This paper will provide an overview of selected infectious diseases that avian practitioners are likely to see in a clinical
Pododermatitis—Pododermatitis (bumblefoot) is an inflammatory condition of the feet that most commonly involves the plantar surfaces. It
is characterized by local abrasion to the foot pad, ulceration and swelling and erythema of one or more of the digital or
metatarsal pads.1-3 Predisposing factors include trauma (self-inflicted talon puncture, bite wounds or fighting), inappropriate perch size or
substrate, obesity, sedentary lifestyle, poor environmental hygiene and nutritional deficiencies.1,4 These factors then culminate in a destructive infectious/inflammatory disease process which may involve the skin, underlying
soft tissues, and even bone. Staphylococcus aureus is commonly isolated from pododermatitis lesion; however, Escherichia coli, Klebsiella and Proteus sp have also been identified in foot lesions.
Swelling, inflammation and pain are the hallmark of pododermatitis. Clinically the raptor will favor one leg over the other
or lay down in sternal recumbency if the pain associated with infectious severe. Pododermatitis is often classified as follows:.
Type I—Serious, chronic infection with diffuse cellulitis of the metatarsal pads of one or more digits.1 Type 2—Similar to Type 1; appears as a localized lesions of the digital or metatarsal pads.1,2 Type 3—Demonstrates discrete lesion(s) with hyperkeratinization, localized swelling, and reddening, while Type 4—Marked enlargement
of the distal digital pads as a sequelae to flexor tendon rupture. Effective treatment requires: reduction of swelling and
inflammation, debridement of necrotic tissue, draining and removing abscesses if present, identifying and eliminating the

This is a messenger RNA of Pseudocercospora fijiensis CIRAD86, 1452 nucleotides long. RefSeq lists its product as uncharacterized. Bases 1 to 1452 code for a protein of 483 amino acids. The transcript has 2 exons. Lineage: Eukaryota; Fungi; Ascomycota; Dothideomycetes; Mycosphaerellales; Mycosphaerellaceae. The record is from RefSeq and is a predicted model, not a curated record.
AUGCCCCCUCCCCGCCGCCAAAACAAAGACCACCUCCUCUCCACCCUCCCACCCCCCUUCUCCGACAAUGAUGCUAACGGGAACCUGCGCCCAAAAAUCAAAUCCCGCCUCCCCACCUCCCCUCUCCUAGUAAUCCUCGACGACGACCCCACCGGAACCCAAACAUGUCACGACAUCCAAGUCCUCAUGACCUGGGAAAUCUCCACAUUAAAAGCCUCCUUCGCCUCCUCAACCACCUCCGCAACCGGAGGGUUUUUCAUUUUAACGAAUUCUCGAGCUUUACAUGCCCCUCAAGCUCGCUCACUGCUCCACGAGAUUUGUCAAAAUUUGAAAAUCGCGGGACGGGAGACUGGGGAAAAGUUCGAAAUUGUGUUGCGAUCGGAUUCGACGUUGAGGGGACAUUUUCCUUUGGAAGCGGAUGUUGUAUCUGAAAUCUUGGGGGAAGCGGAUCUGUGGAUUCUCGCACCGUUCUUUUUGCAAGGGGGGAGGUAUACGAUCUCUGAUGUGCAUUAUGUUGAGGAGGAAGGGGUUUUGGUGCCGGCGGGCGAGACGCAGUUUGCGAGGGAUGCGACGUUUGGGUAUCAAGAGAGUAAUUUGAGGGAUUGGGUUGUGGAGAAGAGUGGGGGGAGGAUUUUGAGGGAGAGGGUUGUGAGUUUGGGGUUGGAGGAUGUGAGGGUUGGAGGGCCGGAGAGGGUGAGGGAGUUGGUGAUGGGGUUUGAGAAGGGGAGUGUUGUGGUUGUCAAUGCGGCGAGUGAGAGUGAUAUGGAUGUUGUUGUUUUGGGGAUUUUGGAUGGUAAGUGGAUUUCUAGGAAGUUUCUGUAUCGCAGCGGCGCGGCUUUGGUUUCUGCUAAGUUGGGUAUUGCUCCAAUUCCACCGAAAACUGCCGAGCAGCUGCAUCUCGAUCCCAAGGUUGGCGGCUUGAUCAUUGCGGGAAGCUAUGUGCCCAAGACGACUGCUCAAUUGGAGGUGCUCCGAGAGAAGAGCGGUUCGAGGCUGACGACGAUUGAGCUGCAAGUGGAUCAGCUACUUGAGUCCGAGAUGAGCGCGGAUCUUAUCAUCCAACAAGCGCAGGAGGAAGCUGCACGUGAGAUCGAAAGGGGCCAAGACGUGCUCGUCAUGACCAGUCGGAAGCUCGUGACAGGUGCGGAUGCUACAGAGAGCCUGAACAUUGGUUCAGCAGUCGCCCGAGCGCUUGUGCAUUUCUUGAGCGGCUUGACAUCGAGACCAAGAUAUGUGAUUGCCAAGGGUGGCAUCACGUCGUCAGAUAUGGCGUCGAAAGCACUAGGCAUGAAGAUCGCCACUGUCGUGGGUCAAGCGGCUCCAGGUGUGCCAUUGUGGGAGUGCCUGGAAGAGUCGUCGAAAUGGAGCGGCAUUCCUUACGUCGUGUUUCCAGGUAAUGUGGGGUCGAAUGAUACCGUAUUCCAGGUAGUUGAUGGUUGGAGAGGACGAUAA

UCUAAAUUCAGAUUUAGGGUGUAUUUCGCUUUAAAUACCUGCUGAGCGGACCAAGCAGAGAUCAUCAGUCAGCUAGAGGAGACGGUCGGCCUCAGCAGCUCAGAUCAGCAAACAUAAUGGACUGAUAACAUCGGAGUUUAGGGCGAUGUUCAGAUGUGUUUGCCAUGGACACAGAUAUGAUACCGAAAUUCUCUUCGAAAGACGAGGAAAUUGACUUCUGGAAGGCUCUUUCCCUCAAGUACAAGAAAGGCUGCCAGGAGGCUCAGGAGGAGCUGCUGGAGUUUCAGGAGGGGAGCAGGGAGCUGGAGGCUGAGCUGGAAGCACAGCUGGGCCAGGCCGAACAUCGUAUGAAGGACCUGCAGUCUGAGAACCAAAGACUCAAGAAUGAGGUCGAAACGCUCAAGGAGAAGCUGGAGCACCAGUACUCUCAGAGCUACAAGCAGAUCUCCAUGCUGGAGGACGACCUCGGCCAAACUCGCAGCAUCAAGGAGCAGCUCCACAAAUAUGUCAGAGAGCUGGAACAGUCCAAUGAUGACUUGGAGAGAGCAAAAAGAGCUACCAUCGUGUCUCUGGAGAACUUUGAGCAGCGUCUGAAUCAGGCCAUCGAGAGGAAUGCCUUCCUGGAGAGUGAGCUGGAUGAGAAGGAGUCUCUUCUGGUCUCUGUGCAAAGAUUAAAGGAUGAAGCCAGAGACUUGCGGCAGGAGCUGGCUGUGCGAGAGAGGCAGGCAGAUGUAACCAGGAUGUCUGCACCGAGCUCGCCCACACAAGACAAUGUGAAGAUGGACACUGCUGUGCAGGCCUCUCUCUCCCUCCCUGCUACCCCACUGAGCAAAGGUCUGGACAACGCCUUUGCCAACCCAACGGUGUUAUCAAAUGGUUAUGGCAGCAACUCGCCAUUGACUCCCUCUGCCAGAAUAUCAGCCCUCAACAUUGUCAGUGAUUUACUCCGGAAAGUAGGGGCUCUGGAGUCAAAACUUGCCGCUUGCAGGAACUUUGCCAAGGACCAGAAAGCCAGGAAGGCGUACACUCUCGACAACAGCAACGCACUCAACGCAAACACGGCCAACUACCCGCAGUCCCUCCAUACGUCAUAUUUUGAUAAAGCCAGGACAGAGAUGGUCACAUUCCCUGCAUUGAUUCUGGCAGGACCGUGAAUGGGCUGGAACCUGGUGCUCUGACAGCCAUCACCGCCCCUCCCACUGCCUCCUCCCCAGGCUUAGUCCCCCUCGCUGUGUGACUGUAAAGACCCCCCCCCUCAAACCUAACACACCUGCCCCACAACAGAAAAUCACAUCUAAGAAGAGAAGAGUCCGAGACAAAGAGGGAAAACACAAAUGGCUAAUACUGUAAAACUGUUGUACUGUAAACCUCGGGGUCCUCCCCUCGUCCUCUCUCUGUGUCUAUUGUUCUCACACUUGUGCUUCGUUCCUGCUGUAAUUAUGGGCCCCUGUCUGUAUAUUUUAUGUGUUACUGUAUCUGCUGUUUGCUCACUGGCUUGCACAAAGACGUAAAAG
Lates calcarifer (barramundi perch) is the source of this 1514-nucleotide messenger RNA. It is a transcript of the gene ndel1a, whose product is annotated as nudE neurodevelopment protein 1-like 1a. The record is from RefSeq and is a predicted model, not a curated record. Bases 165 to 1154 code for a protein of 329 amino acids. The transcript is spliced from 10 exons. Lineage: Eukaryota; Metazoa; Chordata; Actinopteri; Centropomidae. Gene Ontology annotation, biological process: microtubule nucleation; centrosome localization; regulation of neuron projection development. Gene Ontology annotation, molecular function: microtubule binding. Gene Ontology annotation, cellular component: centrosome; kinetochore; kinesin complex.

underlying cause (pathogens and husbandry related etiologies), protecting the wound from further infection or trauma and promoting
the development of healthy granulation tissue and further healing with bandaging and dressings.1,2 Antibiotic therapy is based upon bacterial culture and sensitivity. Remple (2006) suggest a four-pronged therapeutic regime
consisting of (1) systemic antibiotic therapy, (2) direct intralesional antibiotic delivery, (3) surgical debridement, and
(4) post-operative protective foot-casting has offered the most effective therapy for the treatment of bumblefoot (Remple).6
Poxvirus—Poxviruses are large DNA viruses that cause diseases in many different species of birds of prey.7,8 The hallmark of avian poxviruses are the large intracytoplasmic, lipophilic inclusion bodies (Bollinger bodies) that are
found in epithelial cells of the integument, respiratory tract and oral cavity, resulting in hypoplasia of the affected cells.
Poxvirus infections cause several different clinical forms: (1) a cutaneous form which creates mild to severe proliferative
lesions on unfeathered skin around the eyes, beak, nares, and legs, (2) a diphtheritic form which produces lesions on the
mucosa, tongue, laryngeal mound as well as other areas of the oropharynx larynx, and (3) a septicemic form characterized by
a lethargy, depression, cyanosis, anorexia, and wart-like lesions of the skin.7,8 Raptors most commonly demonstrate the cutaneous form of the disease. Transmission of avian pox requires viral contamination
of broken skin.7 Since the virus is rather large transmission from bird to bird requires a vector (mosquitoes and other blood sucking arthropods)
to get through the skin. Diagnosis of an infection with poxvirus is confirmed by signalment, history, clinical signs, histopathologic
examination and demonstration of Bollinger bodies in affected tissues and electron microscopy.5,8 Culture may be necessary to confirm a diagnosis in septicemic infections.8 Therapy is non-specific and may involve antibiotic therapy to prevent or treat secondary bacterial infections.5,7,8 High frequency radio waves from radiosurgical units on low settings may speed healing of skin lesions. Vaccination is the
best method of controlling poxvirus infections in gallinaceous birds; however, further evaluation of autogenous and heterologous
vaccine efficacy in raptors is needed.7,8 Natural infections are thought to provide lengthy immunity. Infected birds should be isolated from uninfected birds if possible.